Letters to the Editor: Why the Spanish languages makes it so hard for Latinx to catch on

Rep. Ruben Gallego (D-Ariz.), seen speaking at a news conference in 2018
Rep. Ruben Gallego (D-Ariz.) has criticized use of of the word “Latinx” instead of Latino.
(J. Scott Applewhite / Associated Press)

To the editor: No matter who is promoting the use of Latinx, it is unlikely to become widely accepted in the long term. There is good reason for the general lack of awareness of the term and for resistance to its adoption, especially among native speakers of Spanish.

The push to use Latinx is apparently due to the false assumption that the “o” in Latino denotes exclusively masculine gender. It does not.

Depending on context, it may refer to males or to any and all people described. In the same way that los Mexicanos does not refer only to male Mexicans, or that los ricos does not refer only to male rich people, Latinos can refer to people of any gender.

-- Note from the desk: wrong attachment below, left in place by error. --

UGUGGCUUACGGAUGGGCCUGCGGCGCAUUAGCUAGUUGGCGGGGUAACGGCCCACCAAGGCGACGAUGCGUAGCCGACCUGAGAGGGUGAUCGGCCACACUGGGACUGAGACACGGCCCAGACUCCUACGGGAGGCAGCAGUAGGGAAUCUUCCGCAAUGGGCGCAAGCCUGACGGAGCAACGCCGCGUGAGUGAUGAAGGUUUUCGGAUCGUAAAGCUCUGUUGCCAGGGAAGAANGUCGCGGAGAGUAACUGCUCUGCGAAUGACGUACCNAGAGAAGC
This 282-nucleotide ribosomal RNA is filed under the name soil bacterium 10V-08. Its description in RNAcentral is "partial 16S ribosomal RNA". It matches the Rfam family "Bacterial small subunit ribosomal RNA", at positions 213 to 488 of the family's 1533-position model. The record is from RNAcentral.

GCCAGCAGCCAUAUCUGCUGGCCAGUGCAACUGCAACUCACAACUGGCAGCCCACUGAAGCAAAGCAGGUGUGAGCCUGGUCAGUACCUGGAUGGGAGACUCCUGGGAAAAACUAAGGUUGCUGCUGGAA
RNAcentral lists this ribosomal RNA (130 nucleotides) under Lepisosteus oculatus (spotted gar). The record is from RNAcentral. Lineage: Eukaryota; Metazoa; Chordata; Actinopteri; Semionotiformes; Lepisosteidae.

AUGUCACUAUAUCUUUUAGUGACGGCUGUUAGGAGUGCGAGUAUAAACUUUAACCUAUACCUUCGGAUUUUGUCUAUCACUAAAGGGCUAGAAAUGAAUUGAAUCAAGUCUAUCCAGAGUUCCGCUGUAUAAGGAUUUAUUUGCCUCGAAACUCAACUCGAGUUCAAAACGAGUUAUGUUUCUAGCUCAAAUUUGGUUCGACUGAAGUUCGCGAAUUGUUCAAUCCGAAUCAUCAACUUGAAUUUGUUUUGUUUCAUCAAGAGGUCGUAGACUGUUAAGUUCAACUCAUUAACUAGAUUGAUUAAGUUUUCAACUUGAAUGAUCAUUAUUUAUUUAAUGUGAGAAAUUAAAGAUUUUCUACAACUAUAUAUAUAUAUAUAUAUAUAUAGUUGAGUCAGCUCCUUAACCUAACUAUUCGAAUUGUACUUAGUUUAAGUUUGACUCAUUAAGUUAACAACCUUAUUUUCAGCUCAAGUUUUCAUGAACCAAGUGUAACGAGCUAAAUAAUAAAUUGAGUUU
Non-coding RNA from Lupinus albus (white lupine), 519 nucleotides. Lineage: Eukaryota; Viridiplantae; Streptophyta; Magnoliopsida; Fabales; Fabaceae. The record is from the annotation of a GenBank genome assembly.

Nouns have gender in Spanish, but they do not always reflect the gender of the people they may refer to. Individuo is always a masculine noun, even if it refers to a female individual. Persona is always a feminine noun, even if it refers to a male person.

It is virtually impossible to impose language use. Words and rules evolve within the community of speakers. Time will tell if speakers generally adopt Latinx, but we doubt it.


Ronald M. Harmon and María R. Montaño-Harmon, Brea

Harmon is a professor emeritus of Spanish and Portuguese at Cal State Fullerton, where Montaño-Harmon is an associate professor emeritus of secondary education.


To the editor: I appreciate columnist Jean Guerrero’s opinion regarding the term Latinx, but I disagree with it.

Guerrero disputes the common criticism that the term was created by “woke” whites, but I can easily tell her that it was most definitely not created in the barrio, where most of la gente reside, nor was it created in any Latin American country.

Spanish, the language that helps us Latinos keep our customs, culture, ideas and relationships alive in an increasingly English-dominant world, is a gendered language. We identify as Latinos, celebrate la cultura Mexicana and pay homage to la patria that stretches from Tijuana to Patagonia. We listen to la radio, go to el cine, wake up in la mañana and party at las fiestas.

At a time when we like to celebrate diversity, the Spanish language already has diverse terms built in for gender, and as a result helps foster the compassionate, colorful future that we all want to have. We Latinos and Latinas are here to pave the way.

Robert Gutierrez, Alhambra